NDP wants to remove ‘tampon tax’ from menstrual products
WATCH ABOVE: NDP MP Irene Mathyssen is urging the federal government to remove tax from feminine hygiene products.
OTTAWA – Being a woman in Canada can come with a cost: feminine hygiene products continue to be taxed, something the NDP hopes to change.
United in red, a group of female activists and two NDP MPs announced that on Friday the official opposition will urge the Conservatives to remove the GST federal tax on tampons, pads, menstrual cups, and panty liners.
An estimated $36 million is collected each year from the taxes on products only menstruating women have to purchase.
“Which in a 200-billion dollar budget is not significant. They can certainly consider the fact that this is a discriminatory tax,” said NDP MP Irene Mathyssen.
In 2011, Mathyssen introduced the private members bill C-282 to exempt feminine hygiene products from being taxed. The renewed effort comes after her office received over 10,000 written petitions and the activist group, Canadian Menstruators, presented another 72,000 online petitions protesting against the tax.
“No sales tax is charged on cocktail cherries, wedding cakes, incontinence products, and Viagra,” Jill Piebiak from Canadian Menstruators said.
Other products that are tax-exempt are basic groceries, including beer or wine-making kits, fondue chocolate, unpopped popcorn, and cookie dough.
“When the GST was introduced no one gave any thought that this was going to impact women, women who are struggling in terms of their poverty and their need. Young women who absolutely need this product if they’re going to go to school, go to work, and function within their communities,” Mathyssen said while standing outside parliament under the monument of Nellie McClung holding the newspaper with the headline “Women are Persons!”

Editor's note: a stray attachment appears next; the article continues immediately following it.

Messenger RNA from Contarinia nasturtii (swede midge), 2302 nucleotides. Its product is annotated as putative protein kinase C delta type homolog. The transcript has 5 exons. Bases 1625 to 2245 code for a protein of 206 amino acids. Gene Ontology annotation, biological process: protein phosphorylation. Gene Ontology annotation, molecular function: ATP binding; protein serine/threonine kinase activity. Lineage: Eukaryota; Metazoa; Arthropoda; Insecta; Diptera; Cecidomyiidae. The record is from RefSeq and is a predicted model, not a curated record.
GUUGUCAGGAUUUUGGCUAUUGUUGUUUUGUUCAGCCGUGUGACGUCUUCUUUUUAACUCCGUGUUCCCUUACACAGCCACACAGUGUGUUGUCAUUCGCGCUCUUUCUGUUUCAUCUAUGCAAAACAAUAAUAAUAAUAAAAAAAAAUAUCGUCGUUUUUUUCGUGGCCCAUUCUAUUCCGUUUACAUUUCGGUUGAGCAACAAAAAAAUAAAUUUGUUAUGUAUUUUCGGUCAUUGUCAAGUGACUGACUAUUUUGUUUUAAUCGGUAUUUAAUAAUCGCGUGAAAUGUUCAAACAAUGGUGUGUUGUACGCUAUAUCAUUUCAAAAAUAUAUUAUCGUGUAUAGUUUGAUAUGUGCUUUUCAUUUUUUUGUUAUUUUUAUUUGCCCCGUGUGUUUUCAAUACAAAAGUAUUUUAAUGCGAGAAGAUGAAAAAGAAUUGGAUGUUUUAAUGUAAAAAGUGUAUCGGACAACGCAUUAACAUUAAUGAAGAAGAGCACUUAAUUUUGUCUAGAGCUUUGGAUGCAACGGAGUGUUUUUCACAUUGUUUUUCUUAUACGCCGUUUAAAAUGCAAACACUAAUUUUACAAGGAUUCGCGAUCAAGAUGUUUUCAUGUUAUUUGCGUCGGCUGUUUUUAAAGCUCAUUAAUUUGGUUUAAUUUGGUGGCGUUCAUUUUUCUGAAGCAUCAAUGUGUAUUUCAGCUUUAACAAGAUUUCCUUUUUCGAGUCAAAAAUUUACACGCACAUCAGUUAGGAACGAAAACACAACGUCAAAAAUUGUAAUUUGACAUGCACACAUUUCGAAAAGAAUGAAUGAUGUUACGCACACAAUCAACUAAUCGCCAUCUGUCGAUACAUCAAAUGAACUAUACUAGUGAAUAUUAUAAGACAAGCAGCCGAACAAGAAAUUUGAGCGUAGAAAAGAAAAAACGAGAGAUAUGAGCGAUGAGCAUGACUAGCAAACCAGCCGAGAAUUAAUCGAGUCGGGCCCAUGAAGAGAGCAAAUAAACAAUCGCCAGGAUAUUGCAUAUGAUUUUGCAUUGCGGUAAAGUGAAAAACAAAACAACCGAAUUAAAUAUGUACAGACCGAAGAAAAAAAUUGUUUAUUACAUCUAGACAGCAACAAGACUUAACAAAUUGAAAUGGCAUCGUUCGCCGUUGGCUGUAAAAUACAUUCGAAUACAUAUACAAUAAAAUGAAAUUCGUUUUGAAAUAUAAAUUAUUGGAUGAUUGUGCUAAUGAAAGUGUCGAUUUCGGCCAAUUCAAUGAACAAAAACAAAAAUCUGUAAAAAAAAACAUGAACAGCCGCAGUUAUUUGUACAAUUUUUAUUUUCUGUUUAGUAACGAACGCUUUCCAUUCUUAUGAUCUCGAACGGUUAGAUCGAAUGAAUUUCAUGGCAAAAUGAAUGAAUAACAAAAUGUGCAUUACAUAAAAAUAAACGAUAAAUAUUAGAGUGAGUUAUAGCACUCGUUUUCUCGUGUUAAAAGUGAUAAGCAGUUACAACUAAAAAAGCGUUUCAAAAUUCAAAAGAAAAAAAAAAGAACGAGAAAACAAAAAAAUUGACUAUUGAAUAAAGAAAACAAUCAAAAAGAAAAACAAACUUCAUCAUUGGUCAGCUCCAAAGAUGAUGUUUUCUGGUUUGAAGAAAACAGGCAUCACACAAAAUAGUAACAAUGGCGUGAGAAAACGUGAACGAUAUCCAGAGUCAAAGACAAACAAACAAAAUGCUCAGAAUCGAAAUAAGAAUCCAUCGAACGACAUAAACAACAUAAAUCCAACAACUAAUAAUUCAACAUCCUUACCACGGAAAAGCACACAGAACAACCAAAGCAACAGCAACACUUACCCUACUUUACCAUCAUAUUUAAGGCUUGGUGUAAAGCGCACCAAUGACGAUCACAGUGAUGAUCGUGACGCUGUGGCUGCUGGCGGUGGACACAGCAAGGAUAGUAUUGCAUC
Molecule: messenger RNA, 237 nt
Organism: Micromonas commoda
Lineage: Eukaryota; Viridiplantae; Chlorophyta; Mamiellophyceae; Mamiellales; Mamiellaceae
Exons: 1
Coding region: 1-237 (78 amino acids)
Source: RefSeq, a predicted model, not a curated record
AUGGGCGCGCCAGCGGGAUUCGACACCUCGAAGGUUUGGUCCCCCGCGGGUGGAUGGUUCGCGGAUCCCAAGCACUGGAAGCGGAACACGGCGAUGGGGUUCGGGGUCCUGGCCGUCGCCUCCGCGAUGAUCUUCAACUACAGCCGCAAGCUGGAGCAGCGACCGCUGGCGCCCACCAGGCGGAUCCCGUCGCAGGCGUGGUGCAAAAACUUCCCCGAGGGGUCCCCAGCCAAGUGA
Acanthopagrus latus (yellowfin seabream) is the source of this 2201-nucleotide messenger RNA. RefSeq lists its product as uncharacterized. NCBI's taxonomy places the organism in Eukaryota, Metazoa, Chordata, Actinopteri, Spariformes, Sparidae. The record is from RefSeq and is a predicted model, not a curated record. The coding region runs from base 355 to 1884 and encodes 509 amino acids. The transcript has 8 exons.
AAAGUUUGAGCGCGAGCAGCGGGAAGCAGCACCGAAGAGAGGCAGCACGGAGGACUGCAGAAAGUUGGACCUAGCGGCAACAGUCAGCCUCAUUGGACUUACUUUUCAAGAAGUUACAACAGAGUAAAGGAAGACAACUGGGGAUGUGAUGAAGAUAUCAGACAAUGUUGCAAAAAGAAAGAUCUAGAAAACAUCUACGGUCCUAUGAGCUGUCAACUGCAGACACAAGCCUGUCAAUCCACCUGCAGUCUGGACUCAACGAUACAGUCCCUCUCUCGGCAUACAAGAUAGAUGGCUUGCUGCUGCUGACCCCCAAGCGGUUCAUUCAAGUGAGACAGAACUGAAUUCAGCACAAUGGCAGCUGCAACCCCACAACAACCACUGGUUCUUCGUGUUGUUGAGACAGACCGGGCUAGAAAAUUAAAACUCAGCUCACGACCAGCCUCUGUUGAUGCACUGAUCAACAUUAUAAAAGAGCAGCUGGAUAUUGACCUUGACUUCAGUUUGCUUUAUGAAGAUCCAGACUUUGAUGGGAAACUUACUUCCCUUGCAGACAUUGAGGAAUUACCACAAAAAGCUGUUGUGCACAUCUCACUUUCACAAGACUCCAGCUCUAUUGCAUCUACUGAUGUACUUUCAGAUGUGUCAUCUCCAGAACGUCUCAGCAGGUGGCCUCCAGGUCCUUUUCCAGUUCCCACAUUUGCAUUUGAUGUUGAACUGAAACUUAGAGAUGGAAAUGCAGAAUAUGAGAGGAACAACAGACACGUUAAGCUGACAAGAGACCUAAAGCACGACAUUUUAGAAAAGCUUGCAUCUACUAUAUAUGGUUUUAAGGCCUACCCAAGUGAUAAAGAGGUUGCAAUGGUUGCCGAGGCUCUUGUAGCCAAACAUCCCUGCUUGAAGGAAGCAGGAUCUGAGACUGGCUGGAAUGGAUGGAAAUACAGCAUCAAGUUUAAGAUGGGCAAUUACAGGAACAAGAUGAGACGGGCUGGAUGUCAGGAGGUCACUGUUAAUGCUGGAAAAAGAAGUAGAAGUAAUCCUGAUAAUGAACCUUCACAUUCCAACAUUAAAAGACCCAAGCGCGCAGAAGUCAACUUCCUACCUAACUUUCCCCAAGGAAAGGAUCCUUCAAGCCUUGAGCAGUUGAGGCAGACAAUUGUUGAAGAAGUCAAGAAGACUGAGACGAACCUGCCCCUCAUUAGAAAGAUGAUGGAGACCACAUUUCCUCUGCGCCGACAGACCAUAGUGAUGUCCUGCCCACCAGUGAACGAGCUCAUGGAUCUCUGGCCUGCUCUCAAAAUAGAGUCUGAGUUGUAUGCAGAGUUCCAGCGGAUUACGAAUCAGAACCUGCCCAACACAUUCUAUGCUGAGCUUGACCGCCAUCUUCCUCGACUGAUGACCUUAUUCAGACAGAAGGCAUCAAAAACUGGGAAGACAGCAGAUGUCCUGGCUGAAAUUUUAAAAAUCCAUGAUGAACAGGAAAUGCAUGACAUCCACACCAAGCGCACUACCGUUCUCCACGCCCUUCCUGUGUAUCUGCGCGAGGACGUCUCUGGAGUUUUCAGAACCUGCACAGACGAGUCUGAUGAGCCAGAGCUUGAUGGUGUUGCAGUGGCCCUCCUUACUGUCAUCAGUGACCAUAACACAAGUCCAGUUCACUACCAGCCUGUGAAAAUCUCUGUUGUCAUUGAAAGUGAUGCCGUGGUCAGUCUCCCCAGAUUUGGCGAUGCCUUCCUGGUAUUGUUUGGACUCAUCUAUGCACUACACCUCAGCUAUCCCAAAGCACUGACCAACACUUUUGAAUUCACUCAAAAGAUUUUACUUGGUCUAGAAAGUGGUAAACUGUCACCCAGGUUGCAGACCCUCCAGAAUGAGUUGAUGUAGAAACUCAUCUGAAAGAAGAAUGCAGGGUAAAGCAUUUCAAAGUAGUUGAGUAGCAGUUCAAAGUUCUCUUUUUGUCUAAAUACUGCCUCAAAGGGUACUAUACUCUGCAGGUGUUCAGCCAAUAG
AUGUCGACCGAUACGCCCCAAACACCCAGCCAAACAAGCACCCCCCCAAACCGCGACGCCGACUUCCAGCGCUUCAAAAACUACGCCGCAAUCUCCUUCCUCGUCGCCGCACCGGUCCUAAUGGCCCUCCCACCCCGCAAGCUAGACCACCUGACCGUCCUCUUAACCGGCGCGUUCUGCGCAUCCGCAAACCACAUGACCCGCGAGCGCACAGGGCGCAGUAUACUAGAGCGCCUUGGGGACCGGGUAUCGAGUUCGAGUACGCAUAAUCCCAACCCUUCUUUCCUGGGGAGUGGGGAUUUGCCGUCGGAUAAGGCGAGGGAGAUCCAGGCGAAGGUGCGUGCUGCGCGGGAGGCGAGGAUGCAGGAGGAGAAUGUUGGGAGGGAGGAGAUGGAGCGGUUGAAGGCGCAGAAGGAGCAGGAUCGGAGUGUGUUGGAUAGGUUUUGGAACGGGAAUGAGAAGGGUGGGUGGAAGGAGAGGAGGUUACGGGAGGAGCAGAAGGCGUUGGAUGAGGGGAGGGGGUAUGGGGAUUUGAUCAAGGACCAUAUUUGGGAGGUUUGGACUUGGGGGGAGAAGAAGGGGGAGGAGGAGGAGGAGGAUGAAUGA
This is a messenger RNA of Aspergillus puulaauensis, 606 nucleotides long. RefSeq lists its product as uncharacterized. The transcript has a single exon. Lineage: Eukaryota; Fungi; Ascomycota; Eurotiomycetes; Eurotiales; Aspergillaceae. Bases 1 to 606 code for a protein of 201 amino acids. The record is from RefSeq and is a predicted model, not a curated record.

WATCH: “Tampon Tax” debated in House of Commons
Harriett McLachlan of Canada Without Poverty was present for the announcement, and shared her own story about living in poverty and having to deal with paying for what she calls an essential product.
“Poor women make impossible choices between food and paying rent,” McLachlan said. Sometimes she couldn’t afford tampons so she said “I used to use my children’s old cloth diapers,” but it didn’t work very well.
What the government collects on taxing menstrual products “could be redirected towards supporting families just by eliminating the tax,” she said.
There are similar campaigns currently in Australia and the United Kingdom. The official opposition and the Conservative government will debate over the issue on Friday.
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